Monday, December 11, 2006

Vocabulary, Vocabulary, Vocabulary

What made Shakespeare the greatest writer in English literature? His stories were good, for sure - but a lot of them were simply re-workings of historical events or legends. His rhythm and rhyme were good, too - but everyone else was doing the same. What made Shakespeare great, and what can make you great too, was the size of his...

Vocabulary! It is believed that the average person is able to recognise between 10 and 15 thousand words. Shakespeare used 35,000 words in his plays and sonnets, thus making him the ultimate communicator in history.

What are the benefits you can derive from improving your vocabulary?

1 Greater understanding means being better informed. So it's easy to read comic books but a bit more tricky reading "the Times". Want the edge on your colleagues or competitors? You must be at ease with your language, and have a good understanding. it can be embarrassing and even destructive to find yourself in a situation where everyone is using a word that you don't know. Knowledge is power!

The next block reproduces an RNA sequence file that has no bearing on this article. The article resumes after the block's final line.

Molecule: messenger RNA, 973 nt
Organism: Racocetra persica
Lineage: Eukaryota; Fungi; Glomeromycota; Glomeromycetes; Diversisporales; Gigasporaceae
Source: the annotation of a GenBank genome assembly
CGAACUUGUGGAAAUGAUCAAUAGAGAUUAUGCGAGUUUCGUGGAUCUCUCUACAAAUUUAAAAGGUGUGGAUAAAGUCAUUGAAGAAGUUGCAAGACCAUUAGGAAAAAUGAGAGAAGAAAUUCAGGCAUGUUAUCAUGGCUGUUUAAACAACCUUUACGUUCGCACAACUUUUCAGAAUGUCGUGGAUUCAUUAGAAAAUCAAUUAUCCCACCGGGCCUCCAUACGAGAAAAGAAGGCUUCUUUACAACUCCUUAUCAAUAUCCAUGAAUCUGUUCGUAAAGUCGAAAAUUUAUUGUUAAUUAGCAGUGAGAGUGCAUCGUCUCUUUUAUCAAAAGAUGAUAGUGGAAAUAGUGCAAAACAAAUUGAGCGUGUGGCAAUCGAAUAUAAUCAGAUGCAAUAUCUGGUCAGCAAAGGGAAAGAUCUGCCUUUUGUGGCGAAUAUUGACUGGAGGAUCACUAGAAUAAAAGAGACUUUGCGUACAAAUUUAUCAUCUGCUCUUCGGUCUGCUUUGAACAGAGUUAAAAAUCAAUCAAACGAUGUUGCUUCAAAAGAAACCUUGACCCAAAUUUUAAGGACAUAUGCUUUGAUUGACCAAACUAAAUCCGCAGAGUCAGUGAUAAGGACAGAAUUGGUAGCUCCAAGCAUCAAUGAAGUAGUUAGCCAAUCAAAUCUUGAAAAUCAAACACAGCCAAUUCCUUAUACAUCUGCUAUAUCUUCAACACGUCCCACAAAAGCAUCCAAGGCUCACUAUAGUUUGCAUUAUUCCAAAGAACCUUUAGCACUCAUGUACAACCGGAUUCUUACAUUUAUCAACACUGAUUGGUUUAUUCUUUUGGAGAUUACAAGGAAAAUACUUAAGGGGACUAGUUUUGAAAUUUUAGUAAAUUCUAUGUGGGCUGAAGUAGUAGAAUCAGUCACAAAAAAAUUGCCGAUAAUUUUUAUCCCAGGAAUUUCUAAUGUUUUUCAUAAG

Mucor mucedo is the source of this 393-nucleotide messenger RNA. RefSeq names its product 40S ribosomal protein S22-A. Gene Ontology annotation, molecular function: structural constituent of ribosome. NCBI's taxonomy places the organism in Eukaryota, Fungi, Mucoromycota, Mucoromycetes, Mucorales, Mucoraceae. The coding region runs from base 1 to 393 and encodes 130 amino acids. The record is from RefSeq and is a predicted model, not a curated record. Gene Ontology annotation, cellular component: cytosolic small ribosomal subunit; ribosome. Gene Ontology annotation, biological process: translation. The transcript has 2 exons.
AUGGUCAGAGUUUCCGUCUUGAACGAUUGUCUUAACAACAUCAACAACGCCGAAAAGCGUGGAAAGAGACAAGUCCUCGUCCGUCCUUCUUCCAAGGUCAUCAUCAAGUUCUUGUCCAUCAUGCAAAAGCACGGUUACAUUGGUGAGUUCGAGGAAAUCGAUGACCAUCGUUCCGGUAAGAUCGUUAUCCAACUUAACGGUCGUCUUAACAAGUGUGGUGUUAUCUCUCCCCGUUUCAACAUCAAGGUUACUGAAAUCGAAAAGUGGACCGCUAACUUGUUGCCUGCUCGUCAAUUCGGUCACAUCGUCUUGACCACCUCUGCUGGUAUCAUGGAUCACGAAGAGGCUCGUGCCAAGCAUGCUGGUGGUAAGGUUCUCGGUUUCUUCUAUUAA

2 Add spice to your public speaking. Using the same words over and over gets boring. Having a large vocabulary will always keep your audience keen. Be careful though, using long words just to impress will always have the opposite effect, people will switch off if they think you are being pompous.

3. Get your message across more effectively. Many people believe that the word 'synonym' means 'another word for the same thing'. This is not true. If two words meant exactly the same thing, we wouldn't need them. Synonyms are similar words, but not the same. Having a good range of synonyms can add not only richness to your speech, but also make you communicate more effectively. The nuances that you create in your choice of vocabulary will hit the nail on the head as far as your listeners are concerned. They will go away knowing exactly what the message was, not just some vague idea.

The best way to improve your vocabulary is get a thesaurus and start adding words to your active vocabulary. Using mind maps is great way to organise your ideas: write a word in the middle of blank sheet of paper and use colors and images to build associations. If you've never used mind maps before, now's the time to get started. You can see some examples at my site.

1 comment:

Freya said...

Thats a great blog, very informational and purposeful, thanks for posting such great vocabulary info with us.